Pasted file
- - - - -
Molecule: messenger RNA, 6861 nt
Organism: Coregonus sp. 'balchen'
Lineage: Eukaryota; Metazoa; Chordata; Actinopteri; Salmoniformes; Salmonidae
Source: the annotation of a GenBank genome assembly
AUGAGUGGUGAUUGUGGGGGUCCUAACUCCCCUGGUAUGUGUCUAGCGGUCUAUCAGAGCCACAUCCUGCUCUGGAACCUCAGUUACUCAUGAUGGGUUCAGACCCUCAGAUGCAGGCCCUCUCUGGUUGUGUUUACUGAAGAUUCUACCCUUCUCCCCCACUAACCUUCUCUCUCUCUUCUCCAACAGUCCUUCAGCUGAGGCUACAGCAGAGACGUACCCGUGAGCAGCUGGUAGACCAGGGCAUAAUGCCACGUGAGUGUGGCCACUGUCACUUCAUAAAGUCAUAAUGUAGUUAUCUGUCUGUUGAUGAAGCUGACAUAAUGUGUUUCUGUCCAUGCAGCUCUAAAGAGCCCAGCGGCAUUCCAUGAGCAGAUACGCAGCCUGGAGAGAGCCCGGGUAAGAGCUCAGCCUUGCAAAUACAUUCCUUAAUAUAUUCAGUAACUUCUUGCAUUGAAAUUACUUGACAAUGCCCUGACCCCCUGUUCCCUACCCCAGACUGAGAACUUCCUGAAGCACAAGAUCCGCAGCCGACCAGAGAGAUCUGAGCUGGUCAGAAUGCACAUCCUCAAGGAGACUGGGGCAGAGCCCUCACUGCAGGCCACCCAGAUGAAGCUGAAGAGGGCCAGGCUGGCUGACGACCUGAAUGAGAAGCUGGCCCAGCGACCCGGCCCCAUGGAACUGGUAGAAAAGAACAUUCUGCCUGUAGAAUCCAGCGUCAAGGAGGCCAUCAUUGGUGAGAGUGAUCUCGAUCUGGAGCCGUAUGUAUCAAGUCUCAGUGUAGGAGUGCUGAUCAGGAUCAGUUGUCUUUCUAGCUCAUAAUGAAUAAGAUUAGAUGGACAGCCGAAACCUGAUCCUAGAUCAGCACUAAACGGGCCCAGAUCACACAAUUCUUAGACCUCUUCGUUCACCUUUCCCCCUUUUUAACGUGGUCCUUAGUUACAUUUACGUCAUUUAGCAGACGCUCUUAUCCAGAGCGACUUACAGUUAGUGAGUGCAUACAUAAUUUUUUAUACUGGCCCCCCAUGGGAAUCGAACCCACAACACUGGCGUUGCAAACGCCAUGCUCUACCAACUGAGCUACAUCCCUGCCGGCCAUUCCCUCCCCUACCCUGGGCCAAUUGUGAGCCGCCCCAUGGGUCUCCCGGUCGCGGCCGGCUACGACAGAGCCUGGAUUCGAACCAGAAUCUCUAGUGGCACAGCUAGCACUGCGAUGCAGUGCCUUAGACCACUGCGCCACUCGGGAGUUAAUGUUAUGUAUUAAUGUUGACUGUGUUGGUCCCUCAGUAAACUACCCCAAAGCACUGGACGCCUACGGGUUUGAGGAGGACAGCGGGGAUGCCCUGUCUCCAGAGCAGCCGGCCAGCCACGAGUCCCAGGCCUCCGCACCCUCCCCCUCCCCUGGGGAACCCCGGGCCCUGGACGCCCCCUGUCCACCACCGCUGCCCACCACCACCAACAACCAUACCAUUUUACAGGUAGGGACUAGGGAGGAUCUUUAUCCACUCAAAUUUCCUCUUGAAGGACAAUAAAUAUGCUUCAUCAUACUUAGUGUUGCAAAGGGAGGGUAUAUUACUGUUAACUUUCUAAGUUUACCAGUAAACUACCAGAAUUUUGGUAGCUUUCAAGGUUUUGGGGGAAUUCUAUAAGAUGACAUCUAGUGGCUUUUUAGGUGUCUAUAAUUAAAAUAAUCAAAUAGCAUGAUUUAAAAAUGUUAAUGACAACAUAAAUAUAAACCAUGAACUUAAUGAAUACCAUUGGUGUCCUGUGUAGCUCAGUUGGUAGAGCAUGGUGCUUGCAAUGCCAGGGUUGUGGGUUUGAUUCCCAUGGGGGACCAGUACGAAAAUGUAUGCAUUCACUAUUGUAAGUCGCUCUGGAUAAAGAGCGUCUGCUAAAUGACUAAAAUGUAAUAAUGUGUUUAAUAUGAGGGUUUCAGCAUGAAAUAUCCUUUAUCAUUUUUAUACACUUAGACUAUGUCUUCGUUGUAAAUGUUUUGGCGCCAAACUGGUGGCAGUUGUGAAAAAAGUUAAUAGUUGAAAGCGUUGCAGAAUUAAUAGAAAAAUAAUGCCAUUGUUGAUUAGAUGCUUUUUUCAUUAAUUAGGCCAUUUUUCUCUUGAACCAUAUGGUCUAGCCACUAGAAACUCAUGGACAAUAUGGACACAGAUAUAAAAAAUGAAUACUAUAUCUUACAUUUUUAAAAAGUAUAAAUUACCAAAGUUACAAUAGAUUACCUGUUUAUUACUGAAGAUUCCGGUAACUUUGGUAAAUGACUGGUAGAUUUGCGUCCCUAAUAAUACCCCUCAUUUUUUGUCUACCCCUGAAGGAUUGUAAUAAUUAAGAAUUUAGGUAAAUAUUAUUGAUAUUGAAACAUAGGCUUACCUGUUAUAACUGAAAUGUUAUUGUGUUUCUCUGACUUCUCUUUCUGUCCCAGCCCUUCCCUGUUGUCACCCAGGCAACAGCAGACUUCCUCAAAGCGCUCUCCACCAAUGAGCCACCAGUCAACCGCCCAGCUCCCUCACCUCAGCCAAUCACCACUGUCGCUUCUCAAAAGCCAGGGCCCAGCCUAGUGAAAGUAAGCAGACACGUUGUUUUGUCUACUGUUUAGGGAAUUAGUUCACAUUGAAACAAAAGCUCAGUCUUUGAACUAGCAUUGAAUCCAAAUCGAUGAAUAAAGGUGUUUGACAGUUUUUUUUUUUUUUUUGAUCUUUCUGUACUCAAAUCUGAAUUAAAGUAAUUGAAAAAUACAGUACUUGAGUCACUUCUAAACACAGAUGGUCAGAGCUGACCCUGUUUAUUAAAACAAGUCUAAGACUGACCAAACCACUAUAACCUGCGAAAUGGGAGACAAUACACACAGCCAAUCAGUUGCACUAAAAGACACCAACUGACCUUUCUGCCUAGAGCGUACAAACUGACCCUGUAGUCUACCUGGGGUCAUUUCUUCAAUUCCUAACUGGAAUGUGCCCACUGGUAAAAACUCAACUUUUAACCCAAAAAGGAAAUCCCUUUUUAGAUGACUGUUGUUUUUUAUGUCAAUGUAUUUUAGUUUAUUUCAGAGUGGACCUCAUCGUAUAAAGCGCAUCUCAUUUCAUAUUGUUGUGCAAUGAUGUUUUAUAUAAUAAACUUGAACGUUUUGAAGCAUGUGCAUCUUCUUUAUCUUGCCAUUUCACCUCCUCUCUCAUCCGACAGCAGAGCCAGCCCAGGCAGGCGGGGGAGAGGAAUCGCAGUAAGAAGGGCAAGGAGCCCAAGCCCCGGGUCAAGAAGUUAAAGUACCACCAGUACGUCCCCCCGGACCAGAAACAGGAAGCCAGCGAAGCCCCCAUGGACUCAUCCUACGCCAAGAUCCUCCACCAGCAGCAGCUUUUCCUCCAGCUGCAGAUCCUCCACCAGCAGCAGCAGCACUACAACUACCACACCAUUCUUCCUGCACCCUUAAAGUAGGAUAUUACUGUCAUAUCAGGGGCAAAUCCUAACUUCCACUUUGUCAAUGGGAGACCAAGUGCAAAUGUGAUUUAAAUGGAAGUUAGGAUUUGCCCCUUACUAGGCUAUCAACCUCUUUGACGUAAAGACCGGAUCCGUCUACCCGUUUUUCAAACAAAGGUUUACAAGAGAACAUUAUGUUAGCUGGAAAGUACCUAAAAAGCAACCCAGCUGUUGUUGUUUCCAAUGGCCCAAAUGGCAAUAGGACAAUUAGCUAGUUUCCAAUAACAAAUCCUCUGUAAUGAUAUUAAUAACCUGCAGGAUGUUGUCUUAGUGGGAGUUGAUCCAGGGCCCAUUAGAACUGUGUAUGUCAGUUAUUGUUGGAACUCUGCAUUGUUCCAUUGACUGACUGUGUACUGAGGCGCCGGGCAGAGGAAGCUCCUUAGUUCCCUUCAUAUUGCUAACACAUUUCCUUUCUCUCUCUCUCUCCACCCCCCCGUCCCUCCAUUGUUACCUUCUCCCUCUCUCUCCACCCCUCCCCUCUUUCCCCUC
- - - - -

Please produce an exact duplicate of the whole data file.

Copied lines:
Molecule: messenger RNA, 6861 nt
Organism: Coregonus sp. 'balchen'
Lineage: Eukaryota; Metazoa; Chordata; Actinopteri; Salmoniformes; Salmonidae
Source: the annotation of a GenBank genome assembly
AUGAGUGGUGAUUGUGGGGGUCCUAACUCCCCUGGUAUGUGUCUAGCGGUCUAUCAGAGCCACAUCCUGCUCUGGAACCUCAGUUACUCAUGAUGGGUUCAGACCCUCAGAUGCAGGCCCUCUCUGGUUGUGUUUACUGAAGAUUCUACCCUUCUCCCCCACUAACCUUCUCUCUCUCUUCUCCAACAGUCCUUCAGCUGAGGCUACAGCAGAGACGUACCCGUGAGCAGCUGGUAGACCAGGGCAUAAUGCCACGUGAGUGUGGCCACUGUCACUUCAUAAAGUCAUAAUGUAGUUAUCUGUCUGUUGAUGAAGCUGACAUAAUGUGUUUCUGUCCAUGCAGCUCUAAAGAGCCCAGCGGCAUUCCAUGAGCAGAUACGCAGCCUGGAGAGAGCCCGGGUAAGAGCUCAGCCUUGCAAAUACAUUCCUUAAUAUAUUCAGUAACUUCUUGCAUUGAAAUUACUUGACAAUGCCCUGACCCCCUGUUCCCUACCCCAGACUGAGAACUUCCUGAAGCACAAGAUCCGCAGCCGACCAGAGAGAUCUGAGCUGGUCAGAAUGCACAUCCUCAAGGAGACUGGGGCAGAGCCCUCACUGCAGGCCACCCAGAUGAAGCUGAAGAGGGCCAGGCUGGCUGACGACCUGAAUGAGAAGCUGGCCCAGCGACCCGGCCCCAUGGAACUGGUAGAAAAGAACAUUCUGCCUGUAGAAUCCAGCGUCAAGGAGGCCAUCAUUGGUGAGAGUGAUCUCGAUCUGGAGCCGUAUGUAUCAAGUCUCAGUGUAGGAGUGCUGAUCAGGAUCAGUUGUCUUUCUAGCUCAUAAUGAAUAAGAUUAGAUGGACAGCCGAAACCUGAUCCUAGAUCAGCACUAAACGGGCCCAGAUCACACAAUUCUUAGACCUCUUCGUUCACCUUUCCCCCUUUUUAACGUGGUCCUUAGUUACAUUUACGUCAUUUAGCAGACGCUCUUAUCCAGAGCGACUUACAGUUAGUGAGUGCAUACAUAAUUUUUUAUACUGGCCCCCCAUGGGAAUCGAACCCACAACACUGGCGUUGCAAACGCCAUGCUCUACCAACUGAGCUACAUCCCUGCCGGCCAUUCCCUCCCCUACCCUGGGCCAAUUGUGAGCCGCCCCAUGGGUCUCCCGGUCGCGGCCGGCUACGACAGAGCCUGGAUUCGAACCAGAAUCUCUAGUGGCACAGCUAGCACUGCGAUGCAGUGCCUUAGACCACUGCGCCACUCGGGAGUUAAUGUUAUGUAUUAAUGUUGACUGUGUUGGUCCCUCAGUAAACUACCCCAAAGCACUGGACGCCUACGGGUUUGAGGAGGACAGCGGGGAUGCCCUGUCUCCAGAGCAGCCGGCCAGCCACGAGUCCCAGGCCUCCGCACCCUCCCCCUCCCCUGGGGAACCCCGGGCCCUGGACGCCCCCUGUCCACCACCGCUGCCCACCACCACCAACAACCAUACCAUUUUACAGGUAGGGACUAGGGAGGAUCUUUAUCCACUCAAAUUUCCUCUUGAAGGACAAUAAAUAUGCUUCAUCAUACUUAGUGUUGCAAAGGGAGGGUAUAUUACUGUUAACUUUCUAAGUUUACCAGUAAACUACCAGAAUUUUGGUAGCUUUCAAGGUUUUGGGGGAAUUCUAUAAGAUGACAUCUAGUGGCUUUUUAGGUGUCUAUAAUUAAAAUAAUCAAAUAGCAUGAUUUAAAAAUGUUAAUGACAACAUAAAUAUAAACCAUGAACUUAAUGAAUACCAUUGGUGUCCUGUGUAGCUCAGUUGGUAGAGCAUGGUGCUUGCAAUGCCAGGGUUGUGGGUUUGAUUCCCAUGGGGGACCAGUACGAAAAUGUAUGCAUUCACUAUUGUAAGUCGCUCUGGAUAAAGAGCGUCUGCUAAAUGACUAAAAUGUAAUAAUGUGUUUAAUAUGAGGGUUUCAGCAUGAAAUAUCCUUUAUCAUUUUUAUACACUUAGACUAUGUCUUCGUUGUAAAUGUUUUGGCGCCAAACUGGUGGCAGUUGUGAAAAAAGUUAAUAGUUGAAAGCGUUGCAGAAUUAAUAGAAAAAUAAUGCCAUUGUUGAUUAGAUGCUUUUUUCAUUAAUUAGGCCAUUUUUCUCUUGAACCAUAUGGUCUAGCCACUAGAAACUCAUGGACAAUAUGGACACAGAUAUAAAAAAUGAAUACUAUAUCUUACAUUUUUAAAAAGUAUAAAUUACCAAAGUUACAAUAGAUUACCUGUUUAUUACUGAAGAUUCCGGUAACUUUGGUAAAUGACUGGUAGAUUUGCGUCCCUAAUAAUACCCCUCAUUUUUUGUCUACCCCUGAAGGAUUGUAAUAAUUAAGAAUUUAGGUAAAUAUUAUUGAUAUUGAAACAUAGGCUUACCUGUUAUAACUGAAAUGUUAUUGUGUUUCUCUGACUUCUCUUUCUGUCCCAGCCCUUCCCUGUUGUCACCCAGGCAACAGCAGACUUCCUCAAAGCGCUCUCCACCAAUGAGCCACCAGUCAACCGCCCAGCUCCCUCACCUCAGCCAAUCACCACUGUCGCUUCUCAAAAGCCAGGGCCCAGCCUAGUGAAAGUAAGCAGACACGUUGUUUUGUCUACUGUUUAGGGAAUUAGUUCACAUUGAAACAAAAGCUCAGUCUUUGAACUAGCAUUGAAUCCAAAUCGAUGAAUAAAGGUGUUUGACAGUUUUUUUUUUUUUUUUGAUCUUUCUGUACUCAAAUCUGAAUUAAAGUAAUUGAAAAAUACAGUACUUGAGUCACUUCUAAACACAGAUGGUCAGAGCUGACCCUGUUUAUUAAAACAAGUCUAAGACUGACCAAACCACUAUAACCUGCGAAAUGGGAGACAAUACACACAGCCAAUCAGUUGCACUAAAAGACACCAACUGACCUUUCUGCCUAGAGCGUACAAACUGACCCUGUAGUCUACCUGGGGUCAUUUCUUCAAUUCCUAACUGGAAUGUGCCCACUGGUAAAAACUCAACUUUUAACCCAAAAAGGAAAUCCCUUUUUAGAUGACUGUUGUUUUUUAUGUCAAUGUAUUUUAGUUUAUUUCAGAGUGGACCUCAUCGUAUAAAGCGCAUCUCAUUUCAUAUUGUUGUGCAAUGAUGUUUUAUAUAAUAAACUUGAACGUUUUGAAGCAUGUGCAUCUUCUUUAUCUUGCCAUUUCACCUCCUCUCUCAUCCGACAGCAGAGCCAGCCCAGGCAGGCGGGGGAGAGGAAUCGCAGUAAGAAGGGCAAGGAGCCCAAGCCCCGGGUCAAGAAGUUAAAGUACCACCAGUACGUCCCCCCGGACCAGAAACAGGAAGCCAGCGAAGCCCCCAUGGACUCAUCCUACGCCAAGAUCCUCCACCAGCAGCAGCUUUUCCUCCAGCUGCAGAUCCUCCACCAGCAGCAGCAGCACUACAACUACCACACCAUUCUUCCUGCACCCUUAAAGUAGGAUAUUACUGUCAUAUCAGGGGCAAAUCCUAACUUCCACUUUGUCAAUGGGAGACCAAGUGCAAAUGUGAUUUAAAUGGAAGUUAGGAUUUGCCCCUUACUAGGCUAUCAACCUCUUUGACGUAAAGACCGGAUCCGUCUACCCGUUUUUCAAACAAAGGUUUACAAGAGAACAUUAUGUUAGCUGGAAAGUACCUAAAAAGCAACCCAGCUGUUGUUGUUUCCAAUGGCCCAAAUGGCAAUAGGACAAUUAGCUAGUUUCCAAUAACAAAUCCUCUGUAAUGAUAUUAAUAACCUGCAGGAUGUUGUCUUAGUGGGAGUUGAUCCAGGGCCCAUUAGAACUGUGUAUGUCAGUUAUUGUUGGAACUCUGCAUUGUUCCAUUGACUGACUGUGUACUGAGGCGCCGGGCAGAGGAAGCUCCUUAGUUCCCUUCAUAUUGCUAACACAUUUCCUUUCUCUCUCUCUCUCCACCCCCCCGUCCCUCCAUUGUUACCUUCUCCCUCUCUCUCCACCCCUCCCCUCUUUCCCCUC